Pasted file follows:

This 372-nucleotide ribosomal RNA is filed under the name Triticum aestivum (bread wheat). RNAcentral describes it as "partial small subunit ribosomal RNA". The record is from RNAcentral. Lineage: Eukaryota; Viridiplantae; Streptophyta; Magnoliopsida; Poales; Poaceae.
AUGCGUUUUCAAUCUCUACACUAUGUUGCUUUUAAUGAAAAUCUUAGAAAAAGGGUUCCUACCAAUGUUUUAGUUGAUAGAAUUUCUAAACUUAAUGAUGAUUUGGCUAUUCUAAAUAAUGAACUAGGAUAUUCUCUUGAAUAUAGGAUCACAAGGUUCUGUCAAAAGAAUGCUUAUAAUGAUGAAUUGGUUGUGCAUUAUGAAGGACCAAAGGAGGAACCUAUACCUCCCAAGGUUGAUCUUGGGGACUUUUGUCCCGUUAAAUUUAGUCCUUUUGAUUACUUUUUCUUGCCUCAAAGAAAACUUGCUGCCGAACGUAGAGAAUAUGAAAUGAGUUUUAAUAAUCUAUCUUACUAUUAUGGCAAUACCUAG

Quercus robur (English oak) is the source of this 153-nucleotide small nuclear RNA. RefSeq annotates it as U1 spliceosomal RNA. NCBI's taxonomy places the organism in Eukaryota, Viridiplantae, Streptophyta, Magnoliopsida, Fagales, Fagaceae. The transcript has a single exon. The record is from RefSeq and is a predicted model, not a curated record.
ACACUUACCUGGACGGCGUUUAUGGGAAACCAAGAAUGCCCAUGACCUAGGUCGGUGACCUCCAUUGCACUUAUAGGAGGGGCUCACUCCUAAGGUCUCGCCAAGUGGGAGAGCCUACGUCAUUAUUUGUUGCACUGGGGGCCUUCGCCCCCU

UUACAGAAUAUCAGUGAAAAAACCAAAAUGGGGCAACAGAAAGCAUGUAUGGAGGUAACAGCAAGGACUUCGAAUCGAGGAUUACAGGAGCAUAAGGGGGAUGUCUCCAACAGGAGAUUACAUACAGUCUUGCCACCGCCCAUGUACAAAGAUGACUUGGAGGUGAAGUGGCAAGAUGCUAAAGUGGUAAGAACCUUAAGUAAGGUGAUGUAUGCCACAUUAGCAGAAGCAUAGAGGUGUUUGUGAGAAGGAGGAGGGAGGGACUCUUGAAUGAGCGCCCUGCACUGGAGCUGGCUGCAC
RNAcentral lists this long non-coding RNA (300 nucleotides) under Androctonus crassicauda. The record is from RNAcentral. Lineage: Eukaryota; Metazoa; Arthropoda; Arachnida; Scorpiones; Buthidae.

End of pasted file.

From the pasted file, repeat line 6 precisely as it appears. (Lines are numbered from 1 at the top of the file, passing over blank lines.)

RNAcentral lists this long non-coding RNA (300 nucleotides) under Androctonus crassicauda. The record is from RNAcentral. Lineage: Eukaryota; Metazoa; Arthropoda; Arachnida; Scorpiones; Buthidae.